From Chris Manor, unionized electrician:
I am a union worker and currently work at a county-run theater as the department head electrician. I put up a Palestinian flag in my lighting booth to show solidarity with the people being relentlessly murdered by the genocidal policies of the State of Israel. As a wage worker, my taxes finance the bombs being dropped indiscriminately by the State of Israel on civilian targets in the name of self-defense.
I was recently told that my flag was in violation of a county ordinance for displaying flags. This turned out to be false because I was not using a flag standard. Instead, I was told that my flag was violating a neutrality policy, something which can’t be produced in writing. My job was threatened if I refused to comply with this policy.
From the Community in EKA for Palestine:
On October 23, an account in solidarity with Palestine, was created by “a group of students, staff and alumni from the Estonian Academy of Arts (EKA)” with the aim of organizing an art fundraiser and penning an open letter to the governing body of the academy. After the university demanded that the creators of the account remove the school’s name from the handle, the latter was changed to “Community in EKA for Palestine.”
A few hours later, an email was sent to all students and staff, stating that “as a university, the Estonian Academy of Arts is apolitical,” and that “political statements made on behalf of EKA (messages published for or against certain countries) be immediately removed from social media and the public.”
A day later, Estonian news outlet Postimes released an article titled “Palestine is supported on behalf of the Academy of Arts, the school demands that its name be removed.” Freedom, much less the right of artists, art educators and students to openly oppose the genocide in Gaza and Palestine in general, has run up against the brick wall of private ownership of the means of communication and the control by capitalistic greed embedded in cultural and educational institutions.
As an answer to our open letter, the rector’s board wrote a statement to the faculty and students, introduced by the sentence: “Unfortunately, a cruel and bloody conflict has broken out again in the Middle East.” A few days later, a public talk in the premises of the academy titled “The Middle East Conflict” where the entirety of the panel was white Europeans, took place. The attendance was in high numbers but the panel of guests was unabashedly racist and islamophobic, going as far as saying that it’s reasonable to bomb hospitals and using vocabulary that dehumanizes Arabs and Palestinians.
We feel hopeless because the horrific events in Gaza are exposing the social rot in our world, which sadly is a cultural edifice that hinders the open and democratic expression of views at every point. While the academy claims to be “apolitical”, most of its student body produces politically engaged art — the academy has also previously taken a political stance by mobilizing resources in solidarity with Ukraine, integrating scholarships into study programs and waving a symbolic Ukrainian flag in front of the school.
The worldwide struggle against oppression and the defense of the Palestinian people require an end to prejudice about which lives we deem important and the death of the racist white supremacist and capitalist sway over academia and the art world.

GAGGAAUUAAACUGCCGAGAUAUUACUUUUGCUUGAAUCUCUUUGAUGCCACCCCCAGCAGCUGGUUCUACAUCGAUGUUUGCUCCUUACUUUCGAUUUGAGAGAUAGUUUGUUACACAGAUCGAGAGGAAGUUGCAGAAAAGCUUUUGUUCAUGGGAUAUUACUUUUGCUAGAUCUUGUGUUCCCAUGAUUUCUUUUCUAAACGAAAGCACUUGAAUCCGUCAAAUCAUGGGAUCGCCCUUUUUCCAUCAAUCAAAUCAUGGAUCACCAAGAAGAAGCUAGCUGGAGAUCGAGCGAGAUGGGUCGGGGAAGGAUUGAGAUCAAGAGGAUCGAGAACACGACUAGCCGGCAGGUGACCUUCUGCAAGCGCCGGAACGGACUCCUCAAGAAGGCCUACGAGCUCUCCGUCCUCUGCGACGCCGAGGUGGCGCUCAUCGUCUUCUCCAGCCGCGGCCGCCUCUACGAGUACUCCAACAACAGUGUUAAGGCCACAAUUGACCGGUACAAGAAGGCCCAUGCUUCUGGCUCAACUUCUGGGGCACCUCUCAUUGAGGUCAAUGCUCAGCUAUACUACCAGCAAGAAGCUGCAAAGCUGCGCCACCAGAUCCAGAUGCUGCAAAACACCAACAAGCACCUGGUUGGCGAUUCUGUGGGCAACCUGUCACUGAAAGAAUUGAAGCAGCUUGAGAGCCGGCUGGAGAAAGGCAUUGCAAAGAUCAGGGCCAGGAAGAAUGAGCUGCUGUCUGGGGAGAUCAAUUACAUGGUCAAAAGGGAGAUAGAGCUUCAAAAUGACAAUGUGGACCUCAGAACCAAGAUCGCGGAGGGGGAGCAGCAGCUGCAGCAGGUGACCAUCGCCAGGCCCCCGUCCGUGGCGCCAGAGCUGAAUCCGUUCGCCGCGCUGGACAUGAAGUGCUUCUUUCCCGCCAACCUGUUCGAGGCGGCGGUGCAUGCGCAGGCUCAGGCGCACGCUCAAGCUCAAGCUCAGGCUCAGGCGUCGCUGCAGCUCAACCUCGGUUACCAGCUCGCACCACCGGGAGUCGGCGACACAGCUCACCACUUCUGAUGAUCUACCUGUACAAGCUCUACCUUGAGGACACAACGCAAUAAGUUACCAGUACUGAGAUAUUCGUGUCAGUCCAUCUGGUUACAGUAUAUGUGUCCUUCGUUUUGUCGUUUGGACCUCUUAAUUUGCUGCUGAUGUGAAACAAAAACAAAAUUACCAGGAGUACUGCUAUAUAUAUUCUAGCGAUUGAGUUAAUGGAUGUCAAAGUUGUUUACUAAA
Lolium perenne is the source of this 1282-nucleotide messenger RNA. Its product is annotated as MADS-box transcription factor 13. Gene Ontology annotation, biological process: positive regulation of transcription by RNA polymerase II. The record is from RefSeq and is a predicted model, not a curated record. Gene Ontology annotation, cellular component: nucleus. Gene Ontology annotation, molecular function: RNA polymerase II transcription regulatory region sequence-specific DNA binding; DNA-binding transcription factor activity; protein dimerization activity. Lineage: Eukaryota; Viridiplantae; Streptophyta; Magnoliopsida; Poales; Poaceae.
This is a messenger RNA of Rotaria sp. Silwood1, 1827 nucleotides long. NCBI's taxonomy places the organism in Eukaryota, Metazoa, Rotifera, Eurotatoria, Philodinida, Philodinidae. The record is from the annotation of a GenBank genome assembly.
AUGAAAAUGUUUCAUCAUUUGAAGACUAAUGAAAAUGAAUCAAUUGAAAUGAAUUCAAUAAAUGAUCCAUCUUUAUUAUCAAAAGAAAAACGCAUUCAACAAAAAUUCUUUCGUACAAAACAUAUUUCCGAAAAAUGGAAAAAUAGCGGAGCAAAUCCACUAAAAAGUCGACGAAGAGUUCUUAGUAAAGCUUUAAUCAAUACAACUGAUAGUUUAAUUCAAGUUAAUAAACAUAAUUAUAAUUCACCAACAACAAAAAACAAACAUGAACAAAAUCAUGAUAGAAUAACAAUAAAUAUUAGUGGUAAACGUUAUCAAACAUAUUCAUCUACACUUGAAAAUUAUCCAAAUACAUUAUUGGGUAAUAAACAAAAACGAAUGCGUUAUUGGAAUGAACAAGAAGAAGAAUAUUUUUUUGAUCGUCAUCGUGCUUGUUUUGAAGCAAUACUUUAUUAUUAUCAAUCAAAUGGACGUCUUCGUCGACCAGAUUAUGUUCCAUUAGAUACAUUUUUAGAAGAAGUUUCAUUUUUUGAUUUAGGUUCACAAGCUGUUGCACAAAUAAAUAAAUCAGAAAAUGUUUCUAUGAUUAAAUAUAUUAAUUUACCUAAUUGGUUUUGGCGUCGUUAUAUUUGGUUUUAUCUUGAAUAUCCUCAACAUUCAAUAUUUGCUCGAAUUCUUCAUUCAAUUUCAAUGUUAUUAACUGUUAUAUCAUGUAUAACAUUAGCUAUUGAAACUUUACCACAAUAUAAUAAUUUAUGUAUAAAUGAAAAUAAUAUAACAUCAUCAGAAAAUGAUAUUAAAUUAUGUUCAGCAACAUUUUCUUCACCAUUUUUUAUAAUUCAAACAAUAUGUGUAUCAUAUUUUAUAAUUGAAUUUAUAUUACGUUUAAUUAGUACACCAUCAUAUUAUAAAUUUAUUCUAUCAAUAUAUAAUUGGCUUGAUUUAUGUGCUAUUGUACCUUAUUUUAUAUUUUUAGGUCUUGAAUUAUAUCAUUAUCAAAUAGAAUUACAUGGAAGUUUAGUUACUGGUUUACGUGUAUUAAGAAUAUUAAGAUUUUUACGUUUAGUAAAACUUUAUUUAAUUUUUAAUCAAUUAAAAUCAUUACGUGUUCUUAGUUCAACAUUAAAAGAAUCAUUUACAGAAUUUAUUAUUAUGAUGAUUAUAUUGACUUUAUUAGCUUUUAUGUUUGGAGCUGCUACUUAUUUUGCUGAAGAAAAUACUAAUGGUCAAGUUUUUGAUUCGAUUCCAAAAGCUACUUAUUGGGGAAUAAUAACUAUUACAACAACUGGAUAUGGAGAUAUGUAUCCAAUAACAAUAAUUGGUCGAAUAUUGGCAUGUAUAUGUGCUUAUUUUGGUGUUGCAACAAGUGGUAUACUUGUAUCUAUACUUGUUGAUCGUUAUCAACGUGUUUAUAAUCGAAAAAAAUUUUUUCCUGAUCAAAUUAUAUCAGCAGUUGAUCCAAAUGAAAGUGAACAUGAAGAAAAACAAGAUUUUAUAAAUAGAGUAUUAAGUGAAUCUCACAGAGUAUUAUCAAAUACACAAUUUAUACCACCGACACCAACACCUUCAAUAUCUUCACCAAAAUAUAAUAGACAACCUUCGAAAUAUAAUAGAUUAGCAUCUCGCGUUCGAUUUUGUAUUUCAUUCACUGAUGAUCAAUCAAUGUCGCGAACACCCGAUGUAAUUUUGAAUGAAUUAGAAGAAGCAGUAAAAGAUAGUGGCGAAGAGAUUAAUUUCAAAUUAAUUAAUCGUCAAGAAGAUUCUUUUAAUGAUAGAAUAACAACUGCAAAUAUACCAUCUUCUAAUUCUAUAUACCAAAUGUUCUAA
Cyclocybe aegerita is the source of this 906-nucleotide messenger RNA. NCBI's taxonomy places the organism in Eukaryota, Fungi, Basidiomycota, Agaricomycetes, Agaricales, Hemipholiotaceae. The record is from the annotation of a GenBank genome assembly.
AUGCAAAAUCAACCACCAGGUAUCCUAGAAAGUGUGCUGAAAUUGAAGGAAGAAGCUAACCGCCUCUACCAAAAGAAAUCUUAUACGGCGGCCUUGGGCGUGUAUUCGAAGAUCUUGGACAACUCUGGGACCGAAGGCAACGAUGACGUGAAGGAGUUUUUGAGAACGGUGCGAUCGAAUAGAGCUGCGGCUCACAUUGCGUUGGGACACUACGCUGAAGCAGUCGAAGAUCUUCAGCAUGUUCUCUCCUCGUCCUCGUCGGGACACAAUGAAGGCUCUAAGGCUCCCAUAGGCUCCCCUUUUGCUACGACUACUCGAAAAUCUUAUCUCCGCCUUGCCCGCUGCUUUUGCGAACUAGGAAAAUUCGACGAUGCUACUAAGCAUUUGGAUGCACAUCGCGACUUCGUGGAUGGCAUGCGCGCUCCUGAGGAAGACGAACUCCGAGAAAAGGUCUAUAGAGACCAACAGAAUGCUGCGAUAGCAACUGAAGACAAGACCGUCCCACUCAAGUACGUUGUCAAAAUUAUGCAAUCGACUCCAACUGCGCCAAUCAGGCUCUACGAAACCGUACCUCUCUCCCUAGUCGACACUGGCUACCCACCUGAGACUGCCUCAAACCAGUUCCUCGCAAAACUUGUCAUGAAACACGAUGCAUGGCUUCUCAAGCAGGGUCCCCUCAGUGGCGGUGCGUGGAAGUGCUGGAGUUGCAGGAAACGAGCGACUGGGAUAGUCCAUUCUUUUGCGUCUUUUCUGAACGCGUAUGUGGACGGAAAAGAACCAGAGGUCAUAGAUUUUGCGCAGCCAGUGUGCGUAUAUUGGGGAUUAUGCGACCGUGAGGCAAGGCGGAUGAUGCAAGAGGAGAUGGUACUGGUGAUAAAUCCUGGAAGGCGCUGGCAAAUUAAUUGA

From a university professor:
As an American university professor specializing in global justice, I find myself navigating a precarious landscape where the discussion of atrocities against Palestinians is mired in layers of censorship and an unspoken yet palpable pressure towards self-censorship. My academic rigor and commitment to truth impel me to shed light on these issues off campus, yet I'm acutely aware of the boundaries set by institutional and political pressures. My discussions on this issue on campus are with trusted colleagues, and occur at a literal whisper. The plight of Palestinians, a critical human rights issue, often becomes sidelined in educational discourse, overshadowed by the fear of reprisals or professional ostracization. This enforced silence is not just a personal challenge; it is a disturbing trend I've observed among colleagues nationwide. Many who once voiced strong opinions on global injustices, now tread cautiously at best, choosing silence over the potential backlash of speaking out. This helps no one in need.
This widespread reticence among academics is, in my assessment, a direct consequence of the intricate interplay between the U.S. government's policies, the military-industrial complex, and the corporate media's glaringly narrow and skewed framing of these events. The U.S. government's staunch support for Israel creates a formidable barrier against open discourse on Palestinian rights, much less fact-and-law-based discourse. Moreover, the corporate media consistently portrays this conflict in a manner that omits or dilutes the severity of the atrocities committed against Palestinians by Israeli forces, thereby shaping public perception and, by extension, the academic discourse. As a professor of global justice issues, I am beyond troubled by this reality, where the pursuit of truth is consistently at odds with the prevailing political, economic, and media narratives, leading to a deafening silence on critical human rights issues.
If you have a story to share, please send it to firstname.lastname@example.org. We are publishing testimonies from all over the world. To see the full collection of testimonials, check out the Palestine Uncensored series' main page.
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